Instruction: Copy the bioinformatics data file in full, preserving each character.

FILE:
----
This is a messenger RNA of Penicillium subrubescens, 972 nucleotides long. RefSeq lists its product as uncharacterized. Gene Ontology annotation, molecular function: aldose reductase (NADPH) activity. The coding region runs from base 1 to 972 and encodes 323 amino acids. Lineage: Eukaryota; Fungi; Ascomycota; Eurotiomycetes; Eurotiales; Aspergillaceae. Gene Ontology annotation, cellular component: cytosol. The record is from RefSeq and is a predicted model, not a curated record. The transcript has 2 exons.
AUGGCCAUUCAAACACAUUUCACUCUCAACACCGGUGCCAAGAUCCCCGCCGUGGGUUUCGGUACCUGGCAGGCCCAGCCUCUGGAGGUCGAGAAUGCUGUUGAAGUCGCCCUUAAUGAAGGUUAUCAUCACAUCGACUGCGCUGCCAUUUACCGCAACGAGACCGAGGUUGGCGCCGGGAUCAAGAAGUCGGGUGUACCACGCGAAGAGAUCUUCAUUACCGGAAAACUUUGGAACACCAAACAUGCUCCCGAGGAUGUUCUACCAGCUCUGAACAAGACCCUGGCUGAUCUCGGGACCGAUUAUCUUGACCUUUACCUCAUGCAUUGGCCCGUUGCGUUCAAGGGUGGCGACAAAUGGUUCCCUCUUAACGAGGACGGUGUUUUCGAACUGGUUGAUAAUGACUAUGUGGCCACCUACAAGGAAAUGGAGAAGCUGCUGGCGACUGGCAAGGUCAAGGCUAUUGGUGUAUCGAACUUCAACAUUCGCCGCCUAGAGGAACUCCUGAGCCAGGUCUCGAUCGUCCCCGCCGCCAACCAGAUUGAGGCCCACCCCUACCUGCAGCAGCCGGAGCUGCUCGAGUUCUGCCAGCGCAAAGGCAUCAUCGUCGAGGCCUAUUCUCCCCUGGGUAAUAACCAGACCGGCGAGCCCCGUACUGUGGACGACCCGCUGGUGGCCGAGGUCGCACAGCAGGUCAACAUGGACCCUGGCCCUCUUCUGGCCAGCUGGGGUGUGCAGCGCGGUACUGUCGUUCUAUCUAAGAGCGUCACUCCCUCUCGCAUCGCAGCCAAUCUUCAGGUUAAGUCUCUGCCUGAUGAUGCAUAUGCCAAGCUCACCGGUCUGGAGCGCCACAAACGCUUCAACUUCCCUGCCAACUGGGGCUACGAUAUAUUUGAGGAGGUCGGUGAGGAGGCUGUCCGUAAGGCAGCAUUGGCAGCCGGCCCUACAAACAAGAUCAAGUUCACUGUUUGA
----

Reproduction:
This is a messenger RNA of Penicillium subrubescens, 972 nucleotides long. RefSeq lists its product as uncharacterized. Gene Ontology annotation, molecular function: aldose reductase (NADPH) activity. The coding region runs from base 1 to 972 and encodes 323 amino acids. Lineage: Eukaryota; Fungi; Ascomycota; Eurotiomycetes; Eurotiales; Aspergillaceae. Gene Ontology annotation, cellular component: cytosol. The record is from RefSeq and is a predicted model, not a curated record. The transcript has 2 exons.
AUGGCCAUUCAAACACAUUUCACUCUCAACACCGGUGCCAAGAUCCCCGCCGUGGGUUUCGGUACCUGGCAGGCCCAGCCUCUGGAGGUCGAGAAUGCUGUUGAAGUCGCCCUUAAUGAAGGUUAUCAUCACAUCGACUGCGCUGCCAUUUACCGCAACGAGACCGAGGUUGGCGCCGGGAUCAAGAAGUCGGGUGUACCACGCGAAGAGAUCUUCAUUACCGGAAAACUUUGGAACACCAAACAUGCUCCCGAGGAUGUUCUACCAGCUCUGAACAAGACCCUGGCUGAUCUCGGGACCGAUUAUCUUGACCUUUACCUCAUGCAUUGGCCCGUUGCGUUCAAGGGUGGCGACAAAUGGUUCCCUCUUAACGAGGACGGUGUUUUCGAACUGGUUGAUAAUGACUAUGUGGCCACCUACAAGGAAAUGGAGAAGCUGCUGGCGACUGGCAAGGUCAAGGCUAUUGGUGUAUCGAACUUCAACAUUCGCCGCCUAGAGGAACUCCUGAGCCAGGUCUCGAUCGUCCCCGCCGCCAACCAGAUUGAGGCCCACCCCUACCUGCAGCAGCCGGAGCUGCUCGAGUUCUGCCAGCGCAAAGGCAUCAUCGUCGAGGCCUAUUCUCCCCUGGGUAAUAACCAGACCGGCGAGCCCCGUACUGUGGACGACCCGCUGGUGGCCGAGGUCGCACAGCAGGUCAACAUGGACCCUGGCCCUCUUCUGGCCAGCUGGGGUGUGCAGCGCGGUACUGUCGUUCUAUCUAAGAGCGUCACUCCCUCUCGCAUCGCAGCCAAUCUUCAGGUUAAGUCUCUGCCUGAUGAUGCAUAUGCCAAGCUCACCGGUCUGGAGCGCCACAAACGCUUCAACUUCCCUGCCAACUGGGGCUACGAUAUAUUUGAGGAGGUCGGUGAGGAGGCUGUCCGUAAGGCAGCAUUGGCAGCCGGCCCUACAAACAAGAUCAAGUUCACUGUUUGA